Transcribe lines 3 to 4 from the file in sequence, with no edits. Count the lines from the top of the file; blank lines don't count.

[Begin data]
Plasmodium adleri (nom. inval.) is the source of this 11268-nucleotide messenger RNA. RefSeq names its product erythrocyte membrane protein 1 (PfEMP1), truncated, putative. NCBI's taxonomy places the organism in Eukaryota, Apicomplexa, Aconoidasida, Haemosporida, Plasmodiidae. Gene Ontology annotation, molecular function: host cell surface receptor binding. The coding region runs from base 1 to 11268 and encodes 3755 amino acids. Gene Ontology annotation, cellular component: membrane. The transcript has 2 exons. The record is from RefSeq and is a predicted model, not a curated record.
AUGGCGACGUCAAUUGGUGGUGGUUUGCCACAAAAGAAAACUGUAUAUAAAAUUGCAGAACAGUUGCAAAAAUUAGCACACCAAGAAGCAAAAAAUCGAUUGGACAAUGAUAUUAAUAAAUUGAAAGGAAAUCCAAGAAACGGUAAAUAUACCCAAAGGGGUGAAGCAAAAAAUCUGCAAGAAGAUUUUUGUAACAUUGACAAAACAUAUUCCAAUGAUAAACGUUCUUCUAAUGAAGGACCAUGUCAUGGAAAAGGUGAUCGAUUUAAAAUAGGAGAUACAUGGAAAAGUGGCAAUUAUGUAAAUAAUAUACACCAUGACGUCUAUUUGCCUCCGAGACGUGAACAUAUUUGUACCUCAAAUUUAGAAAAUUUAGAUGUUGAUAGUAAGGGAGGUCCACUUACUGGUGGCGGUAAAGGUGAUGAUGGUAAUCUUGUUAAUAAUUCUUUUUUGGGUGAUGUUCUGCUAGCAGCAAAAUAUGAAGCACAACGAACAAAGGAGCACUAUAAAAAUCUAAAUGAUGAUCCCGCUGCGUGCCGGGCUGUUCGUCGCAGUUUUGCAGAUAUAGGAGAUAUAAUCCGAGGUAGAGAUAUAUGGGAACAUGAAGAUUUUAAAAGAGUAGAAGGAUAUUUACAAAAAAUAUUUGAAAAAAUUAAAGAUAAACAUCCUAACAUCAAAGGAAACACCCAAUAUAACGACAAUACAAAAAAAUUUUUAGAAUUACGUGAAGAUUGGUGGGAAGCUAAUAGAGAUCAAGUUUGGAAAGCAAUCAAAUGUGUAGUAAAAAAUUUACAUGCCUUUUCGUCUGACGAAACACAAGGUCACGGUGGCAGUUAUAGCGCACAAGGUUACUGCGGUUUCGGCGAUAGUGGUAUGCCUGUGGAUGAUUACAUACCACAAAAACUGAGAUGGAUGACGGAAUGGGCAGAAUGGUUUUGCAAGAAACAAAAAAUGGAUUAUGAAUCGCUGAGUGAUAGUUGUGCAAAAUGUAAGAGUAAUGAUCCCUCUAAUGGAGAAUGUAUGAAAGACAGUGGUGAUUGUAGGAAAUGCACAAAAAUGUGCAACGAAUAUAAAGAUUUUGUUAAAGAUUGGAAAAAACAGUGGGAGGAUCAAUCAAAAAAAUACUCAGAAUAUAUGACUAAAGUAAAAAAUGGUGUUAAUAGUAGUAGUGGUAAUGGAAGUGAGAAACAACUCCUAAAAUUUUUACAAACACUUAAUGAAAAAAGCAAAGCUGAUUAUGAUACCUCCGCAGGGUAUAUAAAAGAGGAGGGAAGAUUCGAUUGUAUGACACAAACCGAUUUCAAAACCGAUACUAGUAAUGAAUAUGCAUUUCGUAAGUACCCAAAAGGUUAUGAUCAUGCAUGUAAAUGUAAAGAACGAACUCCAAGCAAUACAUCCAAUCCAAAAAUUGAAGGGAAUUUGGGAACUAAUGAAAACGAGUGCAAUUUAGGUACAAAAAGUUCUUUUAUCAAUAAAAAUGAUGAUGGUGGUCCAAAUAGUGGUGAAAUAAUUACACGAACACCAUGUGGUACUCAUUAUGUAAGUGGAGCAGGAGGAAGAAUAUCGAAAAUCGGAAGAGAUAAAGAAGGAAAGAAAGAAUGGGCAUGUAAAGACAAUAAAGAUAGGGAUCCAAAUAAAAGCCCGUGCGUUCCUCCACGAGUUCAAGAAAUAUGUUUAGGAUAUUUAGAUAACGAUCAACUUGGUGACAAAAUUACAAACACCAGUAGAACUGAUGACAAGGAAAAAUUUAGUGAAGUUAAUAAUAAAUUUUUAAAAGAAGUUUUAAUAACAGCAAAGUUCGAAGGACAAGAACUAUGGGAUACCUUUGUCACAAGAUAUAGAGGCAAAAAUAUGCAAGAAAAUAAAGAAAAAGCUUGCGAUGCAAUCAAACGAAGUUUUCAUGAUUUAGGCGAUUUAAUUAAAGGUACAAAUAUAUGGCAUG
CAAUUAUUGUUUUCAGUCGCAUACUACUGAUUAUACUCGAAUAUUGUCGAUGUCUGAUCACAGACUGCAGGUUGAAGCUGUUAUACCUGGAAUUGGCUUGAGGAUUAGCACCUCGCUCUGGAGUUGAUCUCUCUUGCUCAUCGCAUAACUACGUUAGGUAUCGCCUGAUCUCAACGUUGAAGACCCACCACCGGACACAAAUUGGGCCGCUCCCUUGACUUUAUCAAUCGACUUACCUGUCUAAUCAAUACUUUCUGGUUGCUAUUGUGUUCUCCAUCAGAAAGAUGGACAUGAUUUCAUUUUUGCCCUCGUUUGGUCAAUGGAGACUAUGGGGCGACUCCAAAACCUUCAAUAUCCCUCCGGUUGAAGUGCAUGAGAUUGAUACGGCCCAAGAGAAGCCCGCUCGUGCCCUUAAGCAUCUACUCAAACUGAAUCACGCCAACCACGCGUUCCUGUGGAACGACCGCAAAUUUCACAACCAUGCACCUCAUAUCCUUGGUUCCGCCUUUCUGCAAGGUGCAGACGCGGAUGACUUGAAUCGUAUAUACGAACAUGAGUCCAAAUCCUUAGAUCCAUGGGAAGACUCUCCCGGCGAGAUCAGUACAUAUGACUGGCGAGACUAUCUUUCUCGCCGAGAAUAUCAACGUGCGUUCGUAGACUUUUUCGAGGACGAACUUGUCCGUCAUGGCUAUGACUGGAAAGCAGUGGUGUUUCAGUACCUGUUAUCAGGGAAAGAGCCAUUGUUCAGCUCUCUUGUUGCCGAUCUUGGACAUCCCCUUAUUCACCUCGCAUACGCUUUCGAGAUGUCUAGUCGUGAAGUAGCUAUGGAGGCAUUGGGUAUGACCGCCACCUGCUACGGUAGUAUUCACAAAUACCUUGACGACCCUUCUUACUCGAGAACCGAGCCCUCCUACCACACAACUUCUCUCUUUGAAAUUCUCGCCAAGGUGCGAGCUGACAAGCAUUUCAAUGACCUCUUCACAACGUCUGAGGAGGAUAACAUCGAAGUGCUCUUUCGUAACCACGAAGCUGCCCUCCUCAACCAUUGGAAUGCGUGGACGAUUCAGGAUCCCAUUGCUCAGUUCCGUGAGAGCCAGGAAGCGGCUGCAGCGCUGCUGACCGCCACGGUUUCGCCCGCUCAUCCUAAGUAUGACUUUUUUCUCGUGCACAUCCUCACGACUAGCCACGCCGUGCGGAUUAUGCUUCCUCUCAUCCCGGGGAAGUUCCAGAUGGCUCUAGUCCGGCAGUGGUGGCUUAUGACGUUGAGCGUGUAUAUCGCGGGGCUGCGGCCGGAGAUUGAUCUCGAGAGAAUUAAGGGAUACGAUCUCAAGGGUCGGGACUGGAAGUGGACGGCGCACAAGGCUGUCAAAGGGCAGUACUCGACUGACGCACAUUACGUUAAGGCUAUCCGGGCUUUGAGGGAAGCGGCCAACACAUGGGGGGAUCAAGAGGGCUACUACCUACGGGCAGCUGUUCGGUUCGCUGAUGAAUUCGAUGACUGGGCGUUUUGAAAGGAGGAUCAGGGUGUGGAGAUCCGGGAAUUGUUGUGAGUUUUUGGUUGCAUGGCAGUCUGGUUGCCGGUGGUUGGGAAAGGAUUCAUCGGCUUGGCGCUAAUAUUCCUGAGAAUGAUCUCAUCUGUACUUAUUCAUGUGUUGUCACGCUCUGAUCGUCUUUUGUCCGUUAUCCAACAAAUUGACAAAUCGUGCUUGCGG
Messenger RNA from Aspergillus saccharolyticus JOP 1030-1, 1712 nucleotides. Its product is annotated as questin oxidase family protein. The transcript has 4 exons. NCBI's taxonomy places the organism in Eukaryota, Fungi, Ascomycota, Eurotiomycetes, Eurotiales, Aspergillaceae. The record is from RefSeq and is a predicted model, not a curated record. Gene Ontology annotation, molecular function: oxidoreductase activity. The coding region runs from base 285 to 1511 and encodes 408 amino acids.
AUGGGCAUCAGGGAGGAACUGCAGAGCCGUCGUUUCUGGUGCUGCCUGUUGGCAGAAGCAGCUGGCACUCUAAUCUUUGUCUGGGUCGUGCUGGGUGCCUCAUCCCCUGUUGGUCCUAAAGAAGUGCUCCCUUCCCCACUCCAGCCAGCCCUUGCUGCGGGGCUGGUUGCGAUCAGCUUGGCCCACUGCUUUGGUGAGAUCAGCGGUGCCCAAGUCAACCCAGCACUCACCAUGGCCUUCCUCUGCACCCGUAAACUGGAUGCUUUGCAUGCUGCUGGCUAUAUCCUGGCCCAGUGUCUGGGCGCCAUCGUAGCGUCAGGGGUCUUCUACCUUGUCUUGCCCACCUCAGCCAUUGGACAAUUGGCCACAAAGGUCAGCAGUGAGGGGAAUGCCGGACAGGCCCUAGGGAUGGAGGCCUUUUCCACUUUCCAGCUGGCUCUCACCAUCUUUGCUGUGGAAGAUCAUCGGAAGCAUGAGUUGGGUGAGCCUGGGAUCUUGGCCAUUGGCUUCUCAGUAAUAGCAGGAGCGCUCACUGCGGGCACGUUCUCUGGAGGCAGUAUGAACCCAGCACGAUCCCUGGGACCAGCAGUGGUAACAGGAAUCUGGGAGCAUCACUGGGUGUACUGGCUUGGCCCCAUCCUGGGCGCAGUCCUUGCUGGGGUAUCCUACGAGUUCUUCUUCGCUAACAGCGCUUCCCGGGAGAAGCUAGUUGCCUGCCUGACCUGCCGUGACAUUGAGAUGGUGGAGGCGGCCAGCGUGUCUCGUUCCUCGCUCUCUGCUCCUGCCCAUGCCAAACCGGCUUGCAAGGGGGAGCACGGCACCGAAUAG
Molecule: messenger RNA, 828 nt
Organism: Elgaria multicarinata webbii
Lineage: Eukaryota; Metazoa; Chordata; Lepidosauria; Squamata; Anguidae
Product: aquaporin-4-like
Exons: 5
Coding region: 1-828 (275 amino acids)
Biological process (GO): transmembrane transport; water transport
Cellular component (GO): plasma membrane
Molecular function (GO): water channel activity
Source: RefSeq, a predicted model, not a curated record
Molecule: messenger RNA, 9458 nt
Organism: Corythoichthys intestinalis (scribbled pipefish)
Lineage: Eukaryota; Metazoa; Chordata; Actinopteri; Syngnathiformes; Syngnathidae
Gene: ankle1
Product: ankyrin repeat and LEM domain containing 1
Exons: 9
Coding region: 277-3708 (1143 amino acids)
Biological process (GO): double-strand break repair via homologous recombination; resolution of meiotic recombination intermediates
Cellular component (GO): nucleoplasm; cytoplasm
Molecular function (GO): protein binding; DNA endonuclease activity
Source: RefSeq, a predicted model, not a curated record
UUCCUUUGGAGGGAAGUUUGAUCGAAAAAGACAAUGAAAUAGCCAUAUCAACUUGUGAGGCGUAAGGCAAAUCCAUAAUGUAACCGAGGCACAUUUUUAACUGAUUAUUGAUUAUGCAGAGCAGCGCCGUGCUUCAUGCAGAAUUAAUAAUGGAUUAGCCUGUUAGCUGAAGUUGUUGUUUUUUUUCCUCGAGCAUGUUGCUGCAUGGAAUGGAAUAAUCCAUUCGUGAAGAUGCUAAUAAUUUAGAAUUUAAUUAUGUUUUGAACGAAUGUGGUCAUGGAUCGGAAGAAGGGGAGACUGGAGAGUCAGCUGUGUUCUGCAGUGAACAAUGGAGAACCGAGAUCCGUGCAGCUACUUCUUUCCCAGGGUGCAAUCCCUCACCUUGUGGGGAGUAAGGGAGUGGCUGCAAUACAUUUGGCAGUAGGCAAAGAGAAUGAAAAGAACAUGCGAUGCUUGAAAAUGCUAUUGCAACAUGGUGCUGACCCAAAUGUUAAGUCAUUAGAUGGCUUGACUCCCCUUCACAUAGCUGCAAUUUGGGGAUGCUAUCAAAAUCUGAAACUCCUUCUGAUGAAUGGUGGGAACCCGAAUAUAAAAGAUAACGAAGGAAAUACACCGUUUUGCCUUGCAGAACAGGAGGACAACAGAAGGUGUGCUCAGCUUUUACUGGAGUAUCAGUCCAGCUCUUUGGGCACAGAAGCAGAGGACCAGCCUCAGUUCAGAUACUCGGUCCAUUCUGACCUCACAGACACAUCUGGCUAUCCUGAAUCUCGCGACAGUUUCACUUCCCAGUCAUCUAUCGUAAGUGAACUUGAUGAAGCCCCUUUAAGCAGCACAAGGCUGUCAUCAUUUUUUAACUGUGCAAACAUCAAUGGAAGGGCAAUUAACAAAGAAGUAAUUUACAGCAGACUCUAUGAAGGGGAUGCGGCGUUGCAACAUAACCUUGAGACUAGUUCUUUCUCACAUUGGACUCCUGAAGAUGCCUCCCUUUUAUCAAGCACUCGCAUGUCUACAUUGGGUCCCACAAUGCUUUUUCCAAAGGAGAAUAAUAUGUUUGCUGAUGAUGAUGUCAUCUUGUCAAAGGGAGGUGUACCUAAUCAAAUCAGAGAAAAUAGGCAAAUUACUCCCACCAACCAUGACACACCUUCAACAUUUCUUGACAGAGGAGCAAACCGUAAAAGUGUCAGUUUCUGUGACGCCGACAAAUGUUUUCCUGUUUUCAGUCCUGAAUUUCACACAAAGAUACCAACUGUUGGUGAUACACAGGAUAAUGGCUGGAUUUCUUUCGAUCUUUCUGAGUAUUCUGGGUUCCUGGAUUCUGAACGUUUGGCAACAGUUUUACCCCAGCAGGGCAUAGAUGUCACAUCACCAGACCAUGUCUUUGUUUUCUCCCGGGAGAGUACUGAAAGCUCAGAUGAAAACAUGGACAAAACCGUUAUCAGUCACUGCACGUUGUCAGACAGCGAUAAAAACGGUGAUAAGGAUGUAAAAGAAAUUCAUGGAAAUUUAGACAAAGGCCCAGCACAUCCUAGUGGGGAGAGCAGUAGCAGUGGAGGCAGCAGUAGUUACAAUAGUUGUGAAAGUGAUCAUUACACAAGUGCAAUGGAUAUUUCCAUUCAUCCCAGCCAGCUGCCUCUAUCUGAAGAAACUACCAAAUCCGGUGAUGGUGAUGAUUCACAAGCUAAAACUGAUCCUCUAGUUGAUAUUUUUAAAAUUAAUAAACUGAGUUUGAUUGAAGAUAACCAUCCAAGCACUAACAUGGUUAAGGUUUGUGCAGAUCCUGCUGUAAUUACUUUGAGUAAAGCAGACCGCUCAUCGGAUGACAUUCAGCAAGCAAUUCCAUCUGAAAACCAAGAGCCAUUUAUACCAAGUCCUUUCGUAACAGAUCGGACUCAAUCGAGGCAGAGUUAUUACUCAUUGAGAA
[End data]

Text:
CAAUUAUUGUUUUCAGUCGCAUACUACUGAUUAUACUCGAAUAUUGUCGAUGUCUGAUCACAGACUGCAGGUUGAAGCUGUUAUACCUGGAAUUGGCUUGAGGAUUAGCACCUCGCUCUGGAGUUGAUCUCUCUUGCUCAUCGCAUAACUACGUUAGGUAUCGCCUGAUCUCAACGUUGAAGACCCACCACCGGACACAAAUUGGGCCGCUCCCUUGACUUUAUCAAUCGACUUACCUGUCUAAUCAAUACUUUCUGGUUGCUAUUGUGUUCUCCAUCAGAAAGAUGGACAUGAUUUCAUUUUUGCCCUCGUUUGGUCAAUGGAGACUAUGGGGCGACUCCAAAACCUUCAAUAUCCCUCCGGUUGAAGUGCAUGAGAUUGAUACGGCCCAAGAGAAGCCCGCUCGUGCCCUUAAGCAUCUACUCAAACUGAAUCACGCCAACCACGCGUUCCUGUGGAACGACCGCAAAUUUCACAACCAUGCACCUCAUAUCCUUGGUUCCGCCUUUCUGCAAGGUGCAGACGCGGAUGACUUGAAUCGUAUAUACGAACAUGAGUCCAAAUCCUUAGAUCCAUGGGAAGACUCUCCCGGCGAGAUCAGUACAUAUGACUGGCGAGACUAUCUUUCUCGCCGAGAAUAUCAACGUGCGUUCGUAGACUUUUUCGAGGACGAACUUGUCCGUCAUGGCUAUGACUGGAAAGCAGUGGUGUUUCAGUACCUGUUAUCAGGGAAAGAGCCAUUGUUCAGCUCUCUUGUUGCCGAUCUUGGACAUCCCCUUAUUCACCUCGCAUACGCUUUCGAGAUGUCUAGUCGUGAAGUAGCUAUGGAGGCAUUGGGUAUGACCGCCACCUGCUACGGUAGUAUUCACAAAUACCUUGACGACCCUUCUUACUCGAGAACCGAGCCCUCCUACCACACAACUUCUCUCUUUGAAAUUCUCGCCAAGGUGCGAGCUGACAAGCAUUUCAAUGACCUCUUCACAACGUCUGAGGAGGAUAACAUCGAAGUGCUCUUUCGUAACCACGAAGCUGCCCUCCUCAACCAUUGGAAUGCGUGGACGAUUCAGGAUCCCAUUGCUCAGUUCCGUGAGAGCCAGGAAGCGGCUGCAGCGCUGCUGACCGCCACGGUUUCGCCCGCUCAUCCUAAGUAUGACUUUUUUCUCGUGCACAUCCUCACGACUAGCCACGCCGUGCGGAUUAUGCUUCCUCUCAUCCCGGGGAAGUUCCAGAUGGCUCUAGUCCGGCAGUGGUGGCUUAUGACGUUGAGCGUGUAUAUCGCGGGGCUGCGGCCGGAGAUUGAUCUCGAGAGAAUUAAGGGAUACGAUCUCAAGGGUCGGGACUGGAAGUGGACGGCGCACAAGGCUGUCAAAGGGCAGUACUCGACUGACGCACAUUACGUUAAGGCUAUCCGGGCUUUGAGGGAAGCGGCCAACACAUGGGGGGAUCAAGAGGGCUACUACCUACGGGCAGCUGUUCGGUUCGCUGAUGAAUUCGAUGACUGGGCGUUUUGAAAGGAGGAUCAGGGUGUGGAGAUCCGGGAAUUGUUGUGAGUUUUUGGUUGCAUGGCAGUCUGGUUGCCGGUGGUUGGGAAAGGAUUCAUCGGCUUGGCGCUAAUAUUCCUGAGAAUGAUCUCAUCUGUACUUAUUCAUGUGUUGUCACGCUCUGAUCGUCUUUUGUCCGUUAUCCAACAAAUUGACAAAUCGUGCUUGCGG
Messenger RNA from Aspergillus saccharolyticus JOP 1030-1, 1712 nucleotides. Its product is annotated as questin oxidase family protein. The transcript has 4 exons. NCBI's taxonomy places the organism in Eukaryota, Fungi, Ascomycota, Eurotiomycetes, Eurotiales, Aspergillaceae. The record is from RefSeq and is a predicted model, not a curated record. Gene Ontology annotation, molecular function: oxidoreductase activity. The coding region runs from base 285 to 1511 and encodes 408 amino acids.